Limiting Message Distribution

Peer Channel is by design a broadcast mesh. Its basic flooding model involves distributing each message sent by any member of a mesh to all other members of that mesh. This is ideal in situations where every message generated by a member is relevant and useful to all other members (for example, a chat room). However, many applications have an occasional need for limiting message distribution. For example, if a new member joins a mesh and wants to retrieve the last message sent through the mesh, this request does not need to be flooded to every member of the mesh. The request could be limited to near neighbors, or locally generated messages can be filtered out. Messages can also be sent to an individual node on the mesh. This topic discusses using Hop Count, a Message Propagation Filter, a local filter, or a direct connection to control how messages are forwarded throughout the mesh, and provides general guidelines for choosing an approach.

Hop Counts

The concept of PeerHopCount is similar to TTL (Time-To-Live) used in IP protocol. The value of PeerHopCount is tied to a message instance, and it specifies how many times a message should be forwarded before being dropped. Each time a message is received by a Peer Channel client, the client examines the message to see if PeerHopCount is specified. If it is specified, then the client decrements the hop count value by one before forwarding the message to neighboring nodes. When a client receives a message with a hop count value of zero, the client processes the message, but does not forward the message to neighbors.

Hop count may be added to a message by adding PeerHopCount as an attribute to the applicable property or field in the implementation of the message class. You can set this to a specific value before sending the message to the mesh. In this manner, you can use hop count to limit distribution of messages throughout the mesh when necessary, potentially avoiding unnecessary message duplication. This is useful in cases where the mesh contains a high amount of redundant data, or for sending a message to immediate neighbors, or neighbors within a few hops.

Message Propagation Filter

MessagePropagationFilter can be used for customized control of message flooding, especially when the content of the message or other specific scenarios determine propagation. The filter makes propagation decisions for every message that passes through the node. This is true for messages that originated elsewhere in the mesh that your node has received as well as messages created by your application. The filter has access to both the message and its origination, so decisions about forwarding or dropping the message can be based on the full information available.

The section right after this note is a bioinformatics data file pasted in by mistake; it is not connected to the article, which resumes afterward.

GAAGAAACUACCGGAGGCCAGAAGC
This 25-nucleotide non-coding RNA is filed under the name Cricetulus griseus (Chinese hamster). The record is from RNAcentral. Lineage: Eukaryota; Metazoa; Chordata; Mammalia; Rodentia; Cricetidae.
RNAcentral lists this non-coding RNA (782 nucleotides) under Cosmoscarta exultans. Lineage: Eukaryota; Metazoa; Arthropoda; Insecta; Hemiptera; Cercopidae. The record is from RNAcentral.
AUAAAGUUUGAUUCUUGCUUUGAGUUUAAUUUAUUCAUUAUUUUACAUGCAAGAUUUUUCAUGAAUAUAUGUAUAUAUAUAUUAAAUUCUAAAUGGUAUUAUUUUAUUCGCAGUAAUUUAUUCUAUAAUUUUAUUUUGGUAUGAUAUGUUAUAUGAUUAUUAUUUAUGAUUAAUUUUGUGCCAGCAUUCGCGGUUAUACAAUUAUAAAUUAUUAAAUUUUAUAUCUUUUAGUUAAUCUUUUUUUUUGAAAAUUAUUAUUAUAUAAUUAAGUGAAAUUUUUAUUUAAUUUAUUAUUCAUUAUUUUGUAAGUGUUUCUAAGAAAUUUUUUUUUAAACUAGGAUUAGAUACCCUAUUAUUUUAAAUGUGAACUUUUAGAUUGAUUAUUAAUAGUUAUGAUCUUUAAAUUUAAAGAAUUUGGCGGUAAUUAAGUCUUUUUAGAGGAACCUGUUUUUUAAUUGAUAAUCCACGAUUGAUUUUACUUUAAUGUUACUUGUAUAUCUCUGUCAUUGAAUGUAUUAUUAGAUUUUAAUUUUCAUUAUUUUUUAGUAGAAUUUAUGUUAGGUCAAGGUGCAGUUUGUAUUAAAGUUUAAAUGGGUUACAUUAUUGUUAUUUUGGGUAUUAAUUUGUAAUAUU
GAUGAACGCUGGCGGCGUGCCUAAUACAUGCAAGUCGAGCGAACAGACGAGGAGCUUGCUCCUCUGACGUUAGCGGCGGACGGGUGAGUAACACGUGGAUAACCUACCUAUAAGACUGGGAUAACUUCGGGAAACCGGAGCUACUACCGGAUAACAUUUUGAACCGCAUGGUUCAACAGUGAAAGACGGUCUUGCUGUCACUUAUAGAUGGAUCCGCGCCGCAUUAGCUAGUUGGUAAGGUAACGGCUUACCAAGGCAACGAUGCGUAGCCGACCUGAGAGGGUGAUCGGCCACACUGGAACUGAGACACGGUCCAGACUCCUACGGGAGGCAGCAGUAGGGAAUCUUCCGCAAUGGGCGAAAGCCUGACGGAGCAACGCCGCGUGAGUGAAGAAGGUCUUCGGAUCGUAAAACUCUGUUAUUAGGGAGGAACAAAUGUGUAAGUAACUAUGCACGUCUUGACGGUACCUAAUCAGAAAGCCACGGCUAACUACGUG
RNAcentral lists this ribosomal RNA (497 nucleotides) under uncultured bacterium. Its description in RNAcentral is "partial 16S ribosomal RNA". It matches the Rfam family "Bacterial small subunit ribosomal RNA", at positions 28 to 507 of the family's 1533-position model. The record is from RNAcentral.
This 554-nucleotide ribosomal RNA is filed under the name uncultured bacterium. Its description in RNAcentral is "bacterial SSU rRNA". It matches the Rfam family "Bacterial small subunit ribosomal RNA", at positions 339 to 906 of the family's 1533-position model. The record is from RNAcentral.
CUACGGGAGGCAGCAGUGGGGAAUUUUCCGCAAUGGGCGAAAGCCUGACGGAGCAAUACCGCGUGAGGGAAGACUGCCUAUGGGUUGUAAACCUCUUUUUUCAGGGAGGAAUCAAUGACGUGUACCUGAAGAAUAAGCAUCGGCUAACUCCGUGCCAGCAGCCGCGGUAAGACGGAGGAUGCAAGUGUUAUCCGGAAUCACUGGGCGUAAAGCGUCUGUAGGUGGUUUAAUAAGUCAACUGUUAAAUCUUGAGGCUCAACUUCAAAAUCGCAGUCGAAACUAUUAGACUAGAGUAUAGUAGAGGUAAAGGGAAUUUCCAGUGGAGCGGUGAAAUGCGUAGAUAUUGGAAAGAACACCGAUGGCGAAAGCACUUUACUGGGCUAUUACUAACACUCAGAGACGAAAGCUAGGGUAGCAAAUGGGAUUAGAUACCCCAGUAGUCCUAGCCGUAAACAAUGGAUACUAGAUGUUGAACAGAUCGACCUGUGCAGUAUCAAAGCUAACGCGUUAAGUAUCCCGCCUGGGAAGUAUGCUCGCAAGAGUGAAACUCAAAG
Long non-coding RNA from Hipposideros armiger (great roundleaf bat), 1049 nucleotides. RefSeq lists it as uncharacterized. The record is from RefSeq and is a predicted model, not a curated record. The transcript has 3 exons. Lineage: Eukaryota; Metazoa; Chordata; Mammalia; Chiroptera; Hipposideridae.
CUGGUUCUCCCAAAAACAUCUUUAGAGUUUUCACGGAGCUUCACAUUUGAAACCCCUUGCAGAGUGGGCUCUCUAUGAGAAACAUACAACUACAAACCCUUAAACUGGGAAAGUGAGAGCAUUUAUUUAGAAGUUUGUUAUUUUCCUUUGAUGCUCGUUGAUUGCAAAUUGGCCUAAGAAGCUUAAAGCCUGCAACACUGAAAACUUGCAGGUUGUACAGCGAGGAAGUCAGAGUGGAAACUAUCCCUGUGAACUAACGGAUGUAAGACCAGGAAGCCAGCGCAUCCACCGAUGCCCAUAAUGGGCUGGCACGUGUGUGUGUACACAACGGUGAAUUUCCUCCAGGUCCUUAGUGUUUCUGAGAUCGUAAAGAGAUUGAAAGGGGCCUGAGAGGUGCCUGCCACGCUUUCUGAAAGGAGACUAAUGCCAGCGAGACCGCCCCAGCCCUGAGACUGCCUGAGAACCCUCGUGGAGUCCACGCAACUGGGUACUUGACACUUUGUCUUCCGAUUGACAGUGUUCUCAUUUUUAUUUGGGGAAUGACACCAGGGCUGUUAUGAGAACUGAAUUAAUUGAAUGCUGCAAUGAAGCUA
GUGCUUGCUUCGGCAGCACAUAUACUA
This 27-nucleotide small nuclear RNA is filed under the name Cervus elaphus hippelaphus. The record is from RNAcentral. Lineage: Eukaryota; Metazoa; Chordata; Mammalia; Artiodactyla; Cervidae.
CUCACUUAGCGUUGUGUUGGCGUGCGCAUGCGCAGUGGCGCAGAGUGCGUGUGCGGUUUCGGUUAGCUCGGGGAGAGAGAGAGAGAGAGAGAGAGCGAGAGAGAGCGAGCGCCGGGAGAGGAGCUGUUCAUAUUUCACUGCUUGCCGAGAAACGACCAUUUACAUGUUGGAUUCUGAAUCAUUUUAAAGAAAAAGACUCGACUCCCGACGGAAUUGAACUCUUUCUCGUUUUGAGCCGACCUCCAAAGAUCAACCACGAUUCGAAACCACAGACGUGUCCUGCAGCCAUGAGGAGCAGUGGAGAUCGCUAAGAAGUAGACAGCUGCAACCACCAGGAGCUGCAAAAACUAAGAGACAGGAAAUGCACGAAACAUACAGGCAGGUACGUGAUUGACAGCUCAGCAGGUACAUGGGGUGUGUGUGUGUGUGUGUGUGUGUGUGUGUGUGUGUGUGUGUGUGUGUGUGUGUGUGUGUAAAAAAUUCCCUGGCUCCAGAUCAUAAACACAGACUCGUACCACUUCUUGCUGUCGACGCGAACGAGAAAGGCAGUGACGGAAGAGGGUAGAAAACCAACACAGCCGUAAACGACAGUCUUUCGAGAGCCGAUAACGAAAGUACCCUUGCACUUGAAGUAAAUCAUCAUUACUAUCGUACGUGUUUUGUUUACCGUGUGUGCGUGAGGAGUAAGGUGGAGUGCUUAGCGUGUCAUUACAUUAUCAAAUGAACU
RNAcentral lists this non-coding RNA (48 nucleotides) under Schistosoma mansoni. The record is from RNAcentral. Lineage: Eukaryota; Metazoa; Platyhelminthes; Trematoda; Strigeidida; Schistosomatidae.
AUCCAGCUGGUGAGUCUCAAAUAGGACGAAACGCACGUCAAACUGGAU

PeerMessagePropagationFilter is a base abstract class with a single function, ShouldMessagePropagate. The first argument of the method call passes in a full copy of the message. Any changes made to the message do not affect the actual message. The last argument of the method call identifies the origin of the message (PeerMessageOrigination.Local or PeerMessageOrigination.Remote). Concrete implementations of this method must return a constant from the PeerMessagePropagation enumeration indicating that the message is to be forwarded to the local application (Local), forwarded to remote clients (Remote), both (LocalAndRemote), or neither (None). This filter can be applied by accessing the corresponding PeerNode object and specifying an instance of the derived propagation filter class in the PeerNode.MessagePropagationFilter property. Ensure that the propagation filter is attached before opening the Peer Channel.

Contacting an Individual Node in the Mesh

An individual node in a mesh can be contacted by setting up a local filter, or by setting up a direct connection.

If the nodes in a mesh each have an individual ID, a destination ID can be specified in the implementation of your message. A local filter can be set up by writing a function in your message contract that will only display the message to the current node if its ID matches the destination ID you specified. The mesh transports the message, so the overhead of setting up a new connection does not have to be incurred. However, there is a loss of efficiency since the message is sent many times throughout the mesh. This works well for sending messages to individual members of a mesh as long as the messages are neither too big nor too frequent.

For long-lasting, high-bandwidth connections, direct connections are preferable. You can send connection information over the mesh, and then set up a direct connection of your choosing to send/receive messages.

Choosing an Approach for Limiting Message Distribution

When you discover a scenario in which you need to limit message distribution, ask yourself the following questions:

  • Who needs to receive the message? Just one neighbor node? A node somewhere else in the mesh? Half the mesh?

  • How often will this message be sent?

  • What kind of bandwidth will this message use?

The answers to these questions can help you determine whether to use Hop Count, a Message Propagation Filter, a local filter, or a direct connection. Consider the following general guidelines:

  • Who

    • Individual node: Local filter or direct connection.

    • Neighbors within a certain vicinity: PeerHopCount.

    • Complex subset of the mesh: MessagePropagationFilter.

  • How often

    • Very frequent: Direct connection, PeerHopCount, MessagePropagationFilter.

    • Occasional: Local filter.

  • Bandwidth use

    • High: Direct connection, less advisable to use MessagePropagationFilter or local filter.

    • Low: Any, direct connection probably not needed.

See Also

Building a Peer Channel Application